Getting a Green Card, which bestows permanent resident status in the United States, isn’t any easier now than it was ten years ago, but it isn’t any harder either. The main difference is that the process may take a little longer than it once did due to national security reasons.
This is understandable. While it is true Green Card applicants have always been subject to national security concerns, the screening process now involves the Department of Homeland Security, which absorbed the Immigration and Naturalization Service (INS) in 2003. This, in turn, resulted in two more separate agencies: Immigration and Customs Enforcement and Citizenship and Immigration Services. Suffice it to say that Green Card applications today have to wend their way through a lot more red tape than in the past.
The essential thing to remember is that the requirements for obtaining a Green Card are the same; but all applications undergo a more thorough scrutiny. Some might think this unfair, but the fact remains that the biggest terrorist threats facing the United States are from people entering the country from abroad. According to the Center for Immigration Studies, nearly two dozen foreign terrorists have been Lawful Permanent Residents or naturalized citizens. The 9/11 hijackers did not hold Green Cards, but all were here on temporary visas; a situation which is not likely to occur again since Homeland Security has taken over the immigration service.
Most people go online to apply for a Green Card at the U.S. Citizenship and Immigration Services website. The primary ways to qualify for a Green Card are:
• Through a family connection, this includes having an immediate relative who is a United States citizen, and special category exceptions, such as a child of a foreign diplomat or a widow or widower of a United States citizen
• Through a potential employer, this includes a permanent job offer by a United States employer, and other special circumstances, such as investors who create new jobs in the United States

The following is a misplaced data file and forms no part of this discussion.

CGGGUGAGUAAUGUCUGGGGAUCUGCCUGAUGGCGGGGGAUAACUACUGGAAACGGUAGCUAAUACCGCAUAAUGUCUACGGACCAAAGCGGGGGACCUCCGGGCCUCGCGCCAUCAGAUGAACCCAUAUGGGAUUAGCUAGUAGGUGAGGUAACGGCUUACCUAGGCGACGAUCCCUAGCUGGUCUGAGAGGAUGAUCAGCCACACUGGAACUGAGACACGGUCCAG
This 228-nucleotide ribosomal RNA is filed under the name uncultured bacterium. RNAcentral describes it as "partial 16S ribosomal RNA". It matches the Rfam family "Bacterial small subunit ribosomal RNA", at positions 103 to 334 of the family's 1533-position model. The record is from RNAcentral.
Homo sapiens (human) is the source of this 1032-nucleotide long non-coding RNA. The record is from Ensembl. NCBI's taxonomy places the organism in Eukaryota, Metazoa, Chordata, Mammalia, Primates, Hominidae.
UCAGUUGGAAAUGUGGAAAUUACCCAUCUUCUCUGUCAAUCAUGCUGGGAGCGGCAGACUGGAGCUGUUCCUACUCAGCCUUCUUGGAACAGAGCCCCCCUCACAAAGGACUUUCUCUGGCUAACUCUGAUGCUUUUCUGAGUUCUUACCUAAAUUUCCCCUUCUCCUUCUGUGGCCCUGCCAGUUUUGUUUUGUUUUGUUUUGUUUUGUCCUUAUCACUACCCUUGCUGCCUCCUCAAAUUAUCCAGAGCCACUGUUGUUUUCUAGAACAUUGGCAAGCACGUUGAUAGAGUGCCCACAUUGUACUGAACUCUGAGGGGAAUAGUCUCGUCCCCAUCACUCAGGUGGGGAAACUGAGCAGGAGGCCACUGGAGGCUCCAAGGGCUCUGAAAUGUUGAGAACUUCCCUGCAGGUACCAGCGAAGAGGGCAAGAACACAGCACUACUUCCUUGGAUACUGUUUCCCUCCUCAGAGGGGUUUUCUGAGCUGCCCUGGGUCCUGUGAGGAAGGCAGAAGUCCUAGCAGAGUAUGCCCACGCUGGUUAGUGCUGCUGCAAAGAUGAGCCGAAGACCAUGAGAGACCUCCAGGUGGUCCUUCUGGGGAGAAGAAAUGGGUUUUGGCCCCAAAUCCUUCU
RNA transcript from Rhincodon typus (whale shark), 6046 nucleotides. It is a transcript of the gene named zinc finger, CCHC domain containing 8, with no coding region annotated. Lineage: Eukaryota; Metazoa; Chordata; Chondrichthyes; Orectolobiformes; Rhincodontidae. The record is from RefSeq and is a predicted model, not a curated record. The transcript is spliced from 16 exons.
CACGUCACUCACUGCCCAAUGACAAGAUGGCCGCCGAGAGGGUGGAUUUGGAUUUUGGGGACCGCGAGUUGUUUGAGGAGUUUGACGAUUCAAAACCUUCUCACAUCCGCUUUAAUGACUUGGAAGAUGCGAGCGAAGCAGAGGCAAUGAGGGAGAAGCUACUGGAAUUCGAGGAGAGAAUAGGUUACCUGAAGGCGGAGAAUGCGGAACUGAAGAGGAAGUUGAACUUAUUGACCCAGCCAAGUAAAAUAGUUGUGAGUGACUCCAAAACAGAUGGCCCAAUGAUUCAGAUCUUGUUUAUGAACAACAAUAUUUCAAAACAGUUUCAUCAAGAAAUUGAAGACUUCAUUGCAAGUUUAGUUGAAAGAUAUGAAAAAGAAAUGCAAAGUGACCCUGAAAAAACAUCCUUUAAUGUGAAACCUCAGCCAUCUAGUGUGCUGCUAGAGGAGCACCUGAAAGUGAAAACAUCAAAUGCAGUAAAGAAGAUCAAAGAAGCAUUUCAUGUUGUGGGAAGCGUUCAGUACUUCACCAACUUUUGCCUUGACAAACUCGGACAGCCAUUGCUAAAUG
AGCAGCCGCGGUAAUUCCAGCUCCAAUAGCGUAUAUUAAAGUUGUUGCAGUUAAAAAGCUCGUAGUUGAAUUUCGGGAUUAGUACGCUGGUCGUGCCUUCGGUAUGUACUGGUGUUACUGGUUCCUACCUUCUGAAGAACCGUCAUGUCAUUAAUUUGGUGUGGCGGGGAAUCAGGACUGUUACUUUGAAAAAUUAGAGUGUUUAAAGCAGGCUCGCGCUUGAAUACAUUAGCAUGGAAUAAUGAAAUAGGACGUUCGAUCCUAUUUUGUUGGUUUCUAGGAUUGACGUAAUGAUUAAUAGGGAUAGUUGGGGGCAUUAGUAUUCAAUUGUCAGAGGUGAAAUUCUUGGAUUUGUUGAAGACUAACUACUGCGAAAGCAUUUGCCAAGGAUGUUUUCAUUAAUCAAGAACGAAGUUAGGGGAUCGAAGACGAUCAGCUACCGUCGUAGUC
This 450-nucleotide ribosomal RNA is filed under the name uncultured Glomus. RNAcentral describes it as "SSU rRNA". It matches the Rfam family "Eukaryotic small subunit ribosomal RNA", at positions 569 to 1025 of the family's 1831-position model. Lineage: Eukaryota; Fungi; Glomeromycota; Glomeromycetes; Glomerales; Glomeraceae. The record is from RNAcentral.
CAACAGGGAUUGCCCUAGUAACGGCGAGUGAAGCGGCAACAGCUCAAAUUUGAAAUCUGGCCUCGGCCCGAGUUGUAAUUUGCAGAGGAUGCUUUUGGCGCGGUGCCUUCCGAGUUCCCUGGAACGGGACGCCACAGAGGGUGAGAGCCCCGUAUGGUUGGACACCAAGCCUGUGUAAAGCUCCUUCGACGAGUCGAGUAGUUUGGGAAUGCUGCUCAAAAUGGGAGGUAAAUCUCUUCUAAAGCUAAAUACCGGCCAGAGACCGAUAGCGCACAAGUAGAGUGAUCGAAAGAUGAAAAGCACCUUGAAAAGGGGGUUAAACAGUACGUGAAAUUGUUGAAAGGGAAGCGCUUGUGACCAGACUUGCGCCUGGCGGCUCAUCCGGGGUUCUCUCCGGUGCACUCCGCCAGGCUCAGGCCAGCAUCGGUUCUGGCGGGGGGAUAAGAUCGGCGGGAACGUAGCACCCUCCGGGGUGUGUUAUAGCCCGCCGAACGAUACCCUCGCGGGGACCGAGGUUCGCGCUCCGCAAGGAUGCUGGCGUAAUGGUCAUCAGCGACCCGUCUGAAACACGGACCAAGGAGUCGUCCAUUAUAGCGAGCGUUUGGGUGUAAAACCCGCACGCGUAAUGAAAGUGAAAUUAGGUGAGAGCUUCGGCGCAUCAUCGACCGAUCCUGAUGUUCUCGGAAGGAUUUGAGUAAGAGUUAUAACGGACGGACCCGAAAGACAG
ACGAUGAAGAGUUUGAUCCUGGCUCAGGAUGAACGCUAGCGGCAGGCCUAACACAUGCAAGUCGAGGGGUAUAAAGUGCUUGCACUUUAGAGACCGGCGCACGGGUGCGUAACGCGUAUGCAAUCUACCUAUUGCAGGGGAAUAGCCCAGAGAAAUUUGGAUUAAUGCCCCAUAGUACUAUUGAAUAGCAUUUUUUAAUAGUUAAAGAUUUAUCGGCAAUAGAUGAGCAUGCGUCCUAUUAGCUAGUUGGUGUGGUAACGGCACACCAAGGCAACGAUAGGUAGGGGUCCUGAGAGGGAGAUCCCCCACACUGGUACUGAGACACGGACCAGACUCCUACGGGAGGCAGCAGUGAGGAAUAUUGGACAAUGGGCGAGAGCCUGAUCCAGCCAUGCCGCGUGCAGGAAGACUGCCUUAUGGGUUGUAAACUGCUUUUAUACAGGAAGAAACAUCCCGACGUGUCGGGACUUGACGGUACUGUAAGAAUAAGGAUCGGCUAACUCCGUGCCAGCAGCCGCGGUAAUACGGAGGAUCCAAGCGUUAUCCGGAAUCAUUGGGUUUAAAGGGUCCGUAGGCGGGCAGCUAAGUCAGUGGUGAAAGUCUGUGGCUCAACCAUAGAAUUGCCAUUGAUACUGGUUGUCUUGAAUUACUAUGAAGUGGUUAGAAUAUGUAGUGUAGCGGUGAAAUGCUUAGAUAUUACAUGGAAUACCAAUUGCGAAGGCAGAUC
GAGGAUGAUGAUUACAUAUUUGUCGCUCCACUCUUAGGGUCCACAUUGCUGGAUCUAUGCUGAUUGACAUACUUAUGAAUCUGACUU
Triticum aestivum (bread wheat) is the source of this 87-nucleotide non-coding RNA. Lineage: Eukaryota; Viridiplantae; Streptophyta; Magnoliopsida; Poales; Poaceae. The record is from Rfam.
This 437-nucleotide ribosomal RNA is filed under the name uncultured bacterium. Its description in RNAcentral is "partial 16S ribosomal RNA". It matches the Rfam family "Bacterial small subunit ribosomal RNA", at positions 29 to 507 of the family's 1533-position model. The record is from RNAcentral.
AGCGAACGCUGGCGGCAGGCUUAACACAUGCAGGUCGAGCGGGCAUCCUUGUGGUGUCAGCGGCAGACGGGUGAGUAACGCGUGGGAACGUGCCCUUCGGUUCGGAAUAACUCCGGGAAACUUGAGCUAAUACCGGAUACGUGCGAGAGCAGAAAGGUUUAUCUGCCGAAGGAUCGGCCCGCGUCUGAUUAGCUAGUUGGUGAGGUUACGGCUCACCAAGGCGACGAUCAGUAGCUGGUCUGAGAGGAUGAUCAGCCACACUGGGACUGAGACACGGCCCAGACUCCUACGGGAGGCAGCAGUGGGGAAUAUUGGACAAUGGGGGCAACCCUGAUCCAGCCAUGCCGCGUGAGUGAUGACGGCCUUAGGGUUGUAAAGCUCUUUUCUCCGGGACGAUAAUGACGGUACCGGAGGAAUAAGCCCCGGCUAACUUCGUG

There are other programs through which a Green Card is obtainable:
• The Green Card Lottery (Diversity Immigrant Visa Program)
• LIFE Act (Legal Immigration Family Equity)
• SIJ (special immigrant juvenile status)
• K Visas or Fiancé Visa (fiancé(e)s of U.S. citizens and their accompanying minor children)
The bulk of the application process is done online, but sooner or later, you will have to visit an INS field office to be photographed, fingerprinted, and interviewed.
You can conduct the entire application process yourself for a modest cost, but if you use a private company or a lawyer to help you acquire a Green Card, you will pay far more.
Finally, when you get your Green Card, you will notice it is not green. Don’t panic. They haven’t been green for a long time. Some Green Cards are blue, some are pink, but most are white. It is the size of a credit card, and you should guard it like a credit card. If your Green Card is lost or stolen, you have more paperwork and fees to deal with. By law, you must carry your Green Card with you at all times, especially if you are traveling outside the United States. It’s wise to keep a photocopy of it in a safe deposit box in case of loss or theft; this makes the reapplication procedure a little easier should the card get lost or stolen. Barring any such disasters, your Green Card must be renewed every ten years unless you become a U.S. citizen.